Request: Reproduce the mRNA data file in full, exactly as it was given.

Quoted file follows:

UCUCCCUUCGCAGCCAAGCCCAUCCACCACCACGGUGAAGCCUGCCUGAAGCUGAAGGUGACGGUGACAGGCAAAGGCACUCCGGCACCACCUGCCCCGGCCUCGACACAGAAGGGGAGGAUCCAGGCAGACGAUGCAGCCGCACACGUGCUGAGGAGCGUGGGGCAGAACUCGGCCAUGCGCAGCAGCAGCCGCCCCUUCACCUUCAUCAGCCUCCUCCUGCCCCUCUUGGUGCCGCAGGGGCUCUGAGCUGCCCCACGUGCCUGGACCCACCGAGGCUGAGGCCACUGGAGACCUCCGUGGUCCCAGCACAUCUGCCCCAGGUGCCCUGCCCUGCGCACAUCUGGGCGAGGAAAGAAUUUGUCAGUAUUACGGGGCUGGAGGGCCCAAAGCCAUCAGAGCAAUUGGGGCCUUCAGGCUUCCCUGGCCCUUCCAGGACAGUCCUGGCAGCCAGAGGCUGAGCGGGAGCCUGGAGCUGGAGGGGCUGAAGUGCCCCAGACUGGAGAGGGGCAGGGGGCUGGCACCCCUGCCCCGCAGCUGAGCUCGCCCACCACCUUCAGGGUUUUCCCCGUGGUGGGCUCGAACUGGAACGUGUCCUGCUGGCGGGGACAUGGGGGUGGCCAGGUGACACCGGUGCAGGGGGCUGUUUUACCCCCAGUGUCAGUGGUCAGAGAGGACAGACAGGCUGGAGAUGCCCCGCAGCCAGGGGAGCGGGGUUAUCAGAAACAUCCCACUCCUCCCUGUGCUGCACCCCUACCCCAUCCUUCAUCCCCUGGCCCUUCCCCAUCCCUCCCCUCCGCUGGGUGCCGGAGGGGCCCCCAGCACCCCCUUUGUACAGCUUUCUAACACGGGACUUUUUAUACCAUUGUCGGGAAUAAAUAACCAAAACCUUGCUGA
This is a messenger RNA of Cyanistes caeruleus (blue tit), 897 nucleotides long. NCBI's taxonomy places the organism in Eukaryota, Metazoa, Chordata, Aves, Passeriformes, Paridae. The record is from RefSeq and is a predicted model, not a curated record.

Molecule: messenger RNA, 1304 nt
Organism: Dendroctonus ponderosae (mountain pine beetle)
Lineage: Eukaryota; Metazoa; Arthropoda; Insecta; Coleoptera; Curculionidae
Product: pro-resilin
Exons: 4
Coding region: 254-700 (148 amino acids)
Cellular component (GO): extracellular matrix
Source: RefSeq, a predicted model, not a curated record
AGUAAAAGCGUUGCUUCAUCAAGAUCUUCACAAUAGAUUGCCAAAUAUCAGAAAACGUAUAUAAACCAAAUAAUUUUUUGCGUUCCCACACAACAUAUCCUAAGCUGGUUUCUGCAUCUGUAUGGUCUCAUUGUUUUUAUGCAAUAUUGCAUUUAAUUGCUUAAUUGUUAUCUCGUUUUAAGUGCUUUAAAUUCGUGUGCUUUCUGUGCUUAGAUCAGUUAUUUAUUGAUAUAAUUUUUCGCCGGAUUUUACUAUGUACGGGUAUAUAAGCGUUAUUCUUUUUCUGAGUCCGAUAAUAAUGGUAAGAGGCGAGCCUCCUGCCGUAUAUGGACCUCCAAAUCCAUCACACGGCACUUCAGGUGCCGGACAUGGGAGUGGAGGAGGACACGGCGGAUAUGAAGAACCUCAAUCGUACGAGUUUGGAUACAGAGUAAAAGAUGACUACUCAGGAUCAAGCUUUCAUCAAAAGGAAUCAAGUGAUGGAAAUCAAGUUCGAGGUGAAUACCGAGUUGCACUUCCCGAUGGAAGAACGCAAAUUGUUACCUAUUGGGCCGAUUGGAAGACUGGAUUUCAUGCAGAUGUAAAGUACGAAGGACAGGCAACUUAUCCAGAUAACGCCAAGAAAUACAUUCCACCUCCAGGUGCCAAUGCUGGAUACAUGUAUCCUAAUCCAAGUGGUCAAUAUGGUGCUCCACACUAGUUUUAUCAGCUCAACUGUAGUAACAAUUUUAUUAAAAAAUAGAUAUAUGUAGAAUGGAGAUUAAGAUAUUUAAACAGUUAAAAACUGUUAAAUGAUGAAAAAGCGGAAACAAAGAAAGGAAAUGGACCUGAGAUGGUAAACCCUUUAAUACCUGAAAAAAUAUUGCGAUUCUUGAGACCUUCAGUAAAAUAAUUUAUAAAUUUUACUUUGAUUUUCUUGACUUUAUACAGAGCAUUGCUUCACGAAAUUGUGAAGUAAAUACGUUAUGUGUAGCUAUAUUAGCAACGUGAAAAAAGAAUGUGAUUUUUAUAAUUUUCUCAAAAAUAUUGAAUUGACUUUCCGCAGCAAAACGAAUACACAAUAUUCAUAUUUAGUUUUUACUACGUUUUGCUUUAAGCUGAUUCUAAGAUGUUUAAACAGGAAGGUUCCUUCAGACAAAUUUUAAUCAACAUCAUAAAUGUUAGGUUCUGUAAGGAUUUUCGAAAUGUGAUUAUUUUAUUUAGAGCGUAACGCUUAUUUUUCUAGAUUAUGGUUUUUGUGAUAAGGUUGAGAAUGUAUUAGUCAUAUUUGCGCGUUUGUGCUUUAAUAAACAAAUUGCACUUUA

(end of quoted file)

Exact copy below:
UCUCCCUUCGCAGCCAAGCCCAUCCACCACCACGGUGAAGCCUGCCUGAAGCUGAAGGUGACGGUGACAGGCAAAGGCACUCCGGCACCACCUGCCCCGGCCUCGACACAGAAGGGGAGGAUCCAGGCAGACGAUGCAGCCGCACACGUGCUGAGGAGCGUGGGGCAGAACUCGGCCAUGCGCAGCAGCAGCCGCCCCUUCACCUUCAUCAGCCUCCUCCUGCCCCUCUUGGUGCCGCAGGGGCUCUGAGCUGCCCCACGUGCCUGGACCCACCGAGGCUGAGGCCACUGGAGACCUCCGUGGUCCCAGCACAUCUGCCCCAGGUGCCCUGCCCUGCGCACAUCUGGGCGAGGAAAGAAUUUGUCAGUAUUACGGGGCUGGAGGGCCCAAAGCCAUCAGAGCAAUUGGGGCCUUCAGGCUUCCCUGGCCCUUCCAGGACAGUCCUGGCAGCCAGAGGCUGAGCGGGAGCCUGGAGCUGGAGGGGCUGAAGUGCCCCAGACUGGAGAGGGGCAGGGGGCUGGCACCCCUGCCCCGCAGCUGAGCUCGCCCACCACCUUCAGGGUUUUCCCCGUGGUGGGCUCGAACUGGAACGUGUCCUGCUGGCGGGGACAUGGGGGUGGCCAGGUGACACCGGUGCAGGGGGCUGUUUUACCCCCAGUGUCAGUGGUCAGAGAGGACAGACAGGCUGGAGAUGCCCCGCAGCCAGGGGAGCGGGGUUAUCAGAAACAUCCCACUCCUCCCUGUGCUGCACCCCUACCCCAUCCUUCAUCCCCUGGCCCUUCCCCAUCCCUCCCCUCCGCUGGGUGCCGGAGGGGCCCCCAGCACCCCCUUUGUACAGCUUUCUAACACGGGACUUUUUAUACCAUUGUCGGGAAUAAAUAACCAAAACCUUGCUGA
This is a messenger RNA of Cyanistes caeruleus (blue tit), 897 nucleotides long. NCBI's taxonomy places the organism in Eukaryota, Metazoa, Chordata, Aves, Passeriformes, Paridae. The record is from RefSeq and is a predicted model, not a curated record.

Molecule: messenger RNA, 1304 nt
Organism: Dendroctonus ponderosae (mountain pine beetle)
Lineage: Eukaryota; Metazoa; Arthropoda; Insecta; Coleoptera; Curculionidae
Product: pro-resilin
Exons: 4
Coding region: 254-700 (148 amino acids)
Cellular component (GO): extracellular matrix
Source: RefSeq, a predicted model, not a curated record
AGUAAAAGCGUUGCUUCAUCAAGAUCUUCACAAUAGAUUGCCAAAUAUCAGAAAACGUAUAUAAACCAAAUAAUUUUUUGCGUUCCCACACAACAUAUCCUAAGCUGGUUUCUGCAUCUGUAUGGUCUCAUUGUUUUUAUGCAAUAUUGCAUUUAAUUGCUUAAUUGUUAUCUCGUUUUAAGUGCUUUAAAUUCGUGUGCUUUCUGUGCUUAGAUCAGUUAUUUAUUGAUAUAAUUUUUCGCCGGAUUUUACUAUGUACGGGUAUAUAAGCGUUAUUCUUUUUCUGAGUCCGAUAAUAAUGGUAAGAGGCGAGCCUCCUGCCGUAUAUGGACCUCCAAAUCCAUCACACGGCACUUCAGGUGCCGGACAUGGGAGUGGAGGAGGACACGGCGGAUAUGAAGAACCUCAAUCGUACGAGUUUGGAUACAGAGUAAAAGAUGACUACUCAGGAUCAAGCUUUCAUCAAAAGGAAUCAAGUGAUGGAAAUCAAGUUCGAGGUGAAUACCGAGUUGCACUUCCCGAUGGAAGAACGCAAAUUGUUACCUAUUGGGCCGAUUGGAAGACUGGAUUUCAUGCAGAUGUAAAGUACGAAGGACAGGCAACUUAUCCAGAUAACGCCAAGAAAUACAUUCCACCUCCAGGUGCCAAUGCUGGAUACAUGUAUCCUAAUCCAAGUGGUCAAUAUGGUGCUCCACACUAGUUUUAUCAGCUCAACUGUAGUAACAAUUUUAUUAAAAAAUAGAUAUAUGUAGAAUGGAGAUUAAGAUAUUUAAACAGUUAAAAACUGUUAAAUGAUGAAAAAGCGGAAACAAAGAAAGGAAAUGGACCUGAGAUGGUAAACCCUUUAAUACCUGAAAAAAUAUUGCGAUUCUUGAGACCUUCAGUAAAAUAAUUUAUAAAUUUUACUUUGAUUUUCUUGACUUUAUACAGAGCAUUGCUUCACGAAAUUGUGAAGUAAAUACGUUAUGUGUAGCUAUAUUAGCAACGUGAAAAAAGAAUGUGAUUUUUAUAAUUUUCUCAAAAAUAUUGAAUUGACUUUCCGCAGCAAAACGAAUACACAAUAUUCAUAUUUAGUUUUUACUACGUUUUGCUUUAAGCUGAUUCUAAGAUGUUUAAACAGGAAGGUUCCUUCAGACAAAUUUUAAUCAACAUCAUAAAUGUUAGGUUCUGUAAGGAUUUUCGAAAUGUGAUUAUUUUAUUUAGAGCGUAACGCUUAUUUUUCUAGAUUAUGGUUUUUGUGAUAAGGUUGAGAAUGUAUUAGUCAUAUUUGCGCGUUUGUGCUUUAAUAAACAAAUUGCACUUUA